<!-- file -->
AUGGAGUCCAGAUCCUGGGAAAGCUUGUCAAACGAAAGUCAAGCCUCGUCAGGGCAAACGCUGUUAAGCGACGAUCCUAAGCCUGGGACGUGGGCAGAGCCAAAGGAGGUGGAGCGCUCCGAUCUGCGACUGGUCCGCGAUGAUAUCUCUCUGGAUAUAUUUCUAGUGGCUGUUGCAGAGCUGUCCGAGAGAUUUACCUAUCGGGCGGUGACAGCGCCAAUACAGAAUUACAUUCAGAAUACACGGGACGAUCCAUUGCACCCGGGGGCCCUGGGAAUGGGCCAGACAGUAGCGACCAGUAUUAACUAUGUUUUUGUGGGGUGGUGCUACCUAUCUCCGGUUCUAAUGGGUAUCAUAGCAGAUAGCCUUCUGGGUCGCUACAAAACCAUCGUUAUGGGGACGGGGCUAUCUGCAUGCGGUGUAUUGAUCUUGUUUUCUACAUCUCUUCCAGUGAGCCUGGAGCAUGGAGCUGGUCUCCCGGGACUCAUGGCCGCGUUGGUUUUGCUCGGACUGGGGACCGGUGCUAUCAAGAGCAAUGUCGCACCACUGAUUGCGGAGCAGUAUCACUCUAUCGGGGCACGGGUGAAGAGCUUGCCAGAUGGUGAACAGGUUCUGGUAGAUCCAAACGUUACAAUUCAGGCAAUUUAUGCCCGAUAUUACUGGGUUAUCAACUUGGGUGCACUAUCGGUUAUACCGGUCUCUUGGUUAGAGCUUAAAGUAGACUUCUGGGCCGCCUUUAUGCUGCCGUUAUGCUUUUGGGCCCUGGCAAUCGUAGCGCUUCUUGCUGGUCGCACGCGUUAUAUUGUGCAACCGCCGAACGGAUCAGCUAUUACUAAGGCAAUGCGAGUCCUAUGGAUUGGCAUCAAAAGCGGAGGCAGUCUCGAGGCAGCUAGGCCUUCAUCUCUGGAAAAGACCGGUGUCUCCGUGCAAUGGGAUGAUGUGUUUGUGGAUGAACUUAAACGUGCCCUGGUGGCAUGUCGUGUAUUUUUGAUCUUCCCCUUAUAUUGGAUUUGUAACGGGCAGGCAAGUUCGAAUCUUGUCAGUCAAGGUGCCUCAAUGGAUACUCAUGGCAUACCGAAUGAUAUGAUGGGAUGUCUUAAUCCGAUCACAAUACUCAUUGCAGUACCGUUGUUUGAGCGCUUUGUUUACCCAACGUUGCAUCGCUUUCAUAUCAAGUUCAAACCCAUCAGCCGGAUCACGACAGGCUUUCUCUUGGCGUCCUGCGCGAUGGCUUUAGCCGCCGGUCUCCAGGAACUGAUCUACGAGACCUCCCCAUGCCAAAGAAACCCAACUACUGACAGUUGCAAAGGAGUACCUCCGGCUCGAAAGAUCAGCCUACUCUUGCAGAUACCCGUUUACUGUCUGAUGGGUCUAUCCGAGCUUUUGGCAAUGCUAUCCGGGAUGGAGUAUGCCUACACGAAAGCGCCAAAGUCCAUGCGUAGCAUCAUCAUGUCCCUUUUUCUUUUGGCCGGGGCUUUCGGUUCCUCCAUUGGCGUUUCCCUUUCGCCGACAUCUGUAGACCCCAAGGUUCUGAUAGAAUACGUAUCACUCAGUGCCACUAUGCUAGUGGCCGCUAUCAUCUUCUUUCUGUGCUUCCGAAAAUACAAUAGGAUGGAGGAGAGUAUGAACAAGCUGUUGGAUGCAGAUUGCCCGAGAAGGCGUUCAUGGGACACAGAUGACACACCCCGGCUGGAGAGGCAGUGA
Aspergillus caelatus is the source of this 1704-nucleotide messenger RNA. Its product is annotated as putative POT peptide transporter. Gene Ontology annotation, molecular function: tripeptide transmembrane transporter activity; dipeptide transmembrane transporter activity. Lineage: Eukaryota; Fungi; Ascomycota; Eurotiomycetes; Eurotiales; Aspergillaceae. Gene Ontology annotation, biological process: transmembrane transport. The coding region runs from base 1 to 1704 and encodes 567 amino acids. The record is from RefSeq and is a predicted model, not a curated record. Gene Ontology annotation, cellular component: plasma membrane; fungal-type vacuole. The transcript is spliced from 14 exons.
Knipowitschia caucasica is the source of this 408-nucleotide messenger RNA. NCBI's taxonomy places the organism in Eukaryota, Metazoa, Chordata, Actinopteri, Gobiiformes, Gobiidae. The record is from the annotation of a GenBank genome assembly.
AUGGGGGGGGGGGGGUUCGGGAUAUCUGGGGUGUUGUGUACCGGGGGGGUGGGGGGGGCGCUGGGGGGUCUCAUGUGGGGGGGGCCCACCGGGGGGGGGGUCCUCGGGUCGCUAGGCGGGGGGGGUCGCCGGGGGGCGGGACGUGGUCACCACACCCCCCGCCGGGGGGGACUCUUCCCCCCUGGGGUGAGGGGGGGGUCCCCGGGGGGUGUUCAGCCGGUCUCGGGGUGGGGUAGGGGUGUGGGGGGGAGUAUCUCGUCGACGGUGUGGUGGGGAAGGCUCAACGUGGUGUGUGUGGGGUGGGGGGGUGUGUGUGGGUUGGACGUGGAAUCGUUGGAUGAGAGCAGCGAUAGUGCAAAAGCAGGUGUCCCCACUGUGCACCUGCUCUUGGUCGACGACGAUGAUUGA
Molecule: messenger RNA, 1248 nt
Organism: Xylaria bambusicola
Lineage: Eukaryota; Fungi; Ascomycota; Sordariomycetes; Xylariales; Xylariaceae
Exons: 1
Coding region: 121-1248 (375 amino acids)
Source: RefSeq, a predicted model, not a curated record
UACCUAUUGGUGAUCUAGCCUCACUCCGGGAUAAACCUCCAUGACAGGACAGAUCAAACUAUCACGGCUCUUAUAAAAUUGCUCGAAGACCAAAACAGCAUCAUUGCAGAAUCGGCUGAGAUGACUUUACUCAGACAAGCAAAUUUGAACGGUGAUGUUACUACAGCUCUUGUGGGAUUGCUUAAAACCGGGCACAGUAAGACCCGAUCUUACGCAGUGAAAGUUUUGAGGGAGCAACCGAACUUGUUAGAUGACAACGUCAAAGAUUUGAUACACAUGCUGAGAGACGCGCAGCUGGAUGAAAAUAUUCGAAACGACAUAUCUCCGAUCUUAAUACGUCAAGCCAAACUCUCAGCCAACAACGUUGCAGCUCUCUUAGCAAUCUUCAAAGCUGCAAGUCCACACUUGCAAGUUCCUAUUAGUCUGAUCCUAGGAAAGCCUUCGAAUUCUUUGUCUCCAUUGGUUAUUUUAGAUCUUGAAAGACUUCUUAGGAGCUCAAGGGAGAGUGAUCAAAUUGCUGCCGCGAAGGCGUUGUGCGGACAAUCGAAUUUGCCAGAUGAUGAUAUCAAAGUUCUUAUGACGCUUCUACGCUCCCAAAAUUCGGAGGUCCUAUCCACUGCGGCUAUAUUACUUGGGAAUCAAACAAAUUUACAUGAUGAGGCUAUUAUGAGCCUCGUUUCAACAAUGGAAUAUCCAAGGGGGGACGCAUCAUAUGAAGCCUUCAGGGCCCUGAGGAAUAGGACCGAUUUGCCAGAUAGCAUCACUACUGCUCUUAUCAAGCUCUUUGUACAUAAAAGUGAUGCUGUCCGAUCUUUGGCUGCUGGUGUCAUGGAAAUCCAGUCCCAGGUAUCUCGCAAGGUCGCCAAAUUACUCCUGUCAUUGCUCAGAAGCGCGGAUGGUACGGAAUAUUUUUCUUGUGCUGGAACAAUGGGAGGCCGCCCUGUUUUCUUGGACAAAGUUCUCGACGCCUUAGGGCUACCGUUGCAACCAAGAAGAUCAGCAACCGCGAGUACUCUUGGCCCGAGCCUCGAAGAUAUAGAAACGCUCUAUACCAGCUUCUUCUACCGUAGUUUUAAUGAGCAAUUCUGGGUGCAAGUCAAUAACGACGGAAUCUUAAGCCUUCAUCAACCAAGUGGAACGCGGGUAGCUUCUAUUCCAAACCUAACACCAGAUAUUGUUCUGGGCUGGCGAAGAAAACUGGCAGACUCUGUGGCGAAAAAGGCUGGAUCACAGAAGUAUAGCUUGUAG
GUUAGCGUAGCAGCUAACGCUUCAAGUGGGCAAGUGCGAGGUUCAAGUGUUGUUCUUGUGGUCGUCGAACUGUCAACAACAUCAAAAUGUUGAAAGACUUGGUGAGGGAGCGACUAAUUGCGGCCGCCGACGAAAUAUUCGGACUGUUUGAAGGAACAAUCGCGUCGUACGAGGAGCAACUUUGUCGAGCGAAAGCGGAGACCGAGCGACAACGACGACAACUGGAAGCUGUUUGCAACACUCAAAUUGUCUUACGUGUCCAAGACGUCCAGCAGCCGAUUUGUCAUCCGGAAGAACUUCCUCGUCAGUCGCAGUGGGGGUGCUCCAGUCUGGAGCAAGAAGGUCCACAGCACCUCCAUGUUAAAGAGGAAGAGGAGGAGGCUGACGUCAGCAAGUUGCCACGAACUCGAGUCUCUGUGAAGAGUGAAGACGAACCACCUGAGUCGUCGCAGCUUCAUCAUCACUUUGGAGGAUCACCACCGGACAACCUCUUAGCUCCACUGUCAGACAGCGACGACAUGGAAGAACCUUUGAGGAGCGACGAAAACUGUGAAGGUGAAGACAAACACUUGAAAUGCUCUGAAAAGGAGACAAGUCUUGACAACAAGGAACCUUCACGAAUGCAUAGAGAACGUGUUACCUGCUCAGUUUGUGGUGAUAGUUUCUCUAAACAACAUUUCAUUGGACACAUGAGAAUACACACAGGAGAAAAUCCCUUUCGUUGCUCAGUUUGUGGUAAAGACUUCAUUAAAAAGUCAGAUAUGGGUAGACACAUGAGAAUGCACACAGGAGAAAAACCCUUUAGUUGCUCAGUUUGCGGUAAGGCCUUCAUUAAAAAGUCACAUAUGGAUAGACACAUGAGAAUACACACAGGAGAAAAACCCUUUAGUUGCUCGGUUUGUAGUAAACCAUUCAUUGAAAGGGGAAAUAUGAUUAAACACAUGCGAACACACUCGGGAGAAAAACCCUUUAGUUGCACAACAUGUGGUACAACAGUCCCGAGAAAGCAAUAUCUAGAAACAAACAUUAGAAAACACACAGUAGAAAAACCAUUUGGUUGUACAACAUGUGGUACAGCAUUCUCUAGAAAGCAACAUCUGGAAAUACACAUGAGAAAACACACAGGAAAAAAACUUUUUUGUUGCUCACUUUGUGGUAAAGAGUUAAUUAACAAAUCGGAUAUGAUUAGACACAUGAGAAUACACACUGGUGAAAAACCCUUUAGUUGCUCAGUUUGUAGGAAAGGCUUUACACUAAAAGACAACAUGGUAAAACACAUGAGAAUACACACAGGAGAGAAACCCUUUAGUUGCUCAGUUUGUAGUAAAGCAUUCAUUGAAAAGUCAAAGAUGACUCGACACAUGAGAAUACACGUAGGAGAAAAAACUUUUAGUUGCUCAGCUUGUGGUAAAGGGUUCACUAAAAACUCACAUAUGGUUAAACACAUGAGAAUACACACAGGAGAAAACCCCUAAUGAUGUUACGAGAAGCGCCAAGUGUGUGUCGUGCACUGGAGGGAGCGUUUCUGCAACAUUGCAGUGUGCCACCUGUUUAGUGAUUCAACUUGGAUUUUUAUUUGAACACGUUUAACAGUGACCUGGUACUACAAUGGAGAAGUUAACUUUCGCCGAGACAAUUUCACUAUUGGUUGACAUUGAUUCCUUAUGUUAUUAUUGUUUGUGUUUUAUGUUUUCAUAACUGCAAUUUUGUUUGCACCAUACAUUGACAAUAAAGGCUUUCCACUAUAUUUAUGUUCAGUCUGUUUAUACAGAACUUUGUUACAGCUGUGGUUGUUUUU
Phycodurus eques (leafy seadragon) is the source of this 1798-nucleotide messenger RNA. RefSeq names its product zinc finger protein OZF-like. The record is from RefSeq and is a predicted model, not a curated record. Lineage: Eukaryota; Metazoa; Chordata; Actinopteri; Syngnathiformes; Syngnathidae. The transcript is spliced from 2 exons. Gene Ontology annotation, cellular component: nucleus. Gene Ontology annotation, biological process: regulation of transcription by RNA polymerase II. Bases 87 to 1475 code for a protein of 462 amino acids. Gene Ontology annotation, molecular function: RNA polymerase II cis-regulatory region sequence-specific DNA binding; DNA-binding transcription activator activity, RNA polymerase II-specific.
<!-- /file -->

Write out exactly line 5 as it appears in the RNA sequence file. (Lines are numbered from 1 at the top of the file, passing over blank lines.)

Molecule: messenger RNA, 1248 nt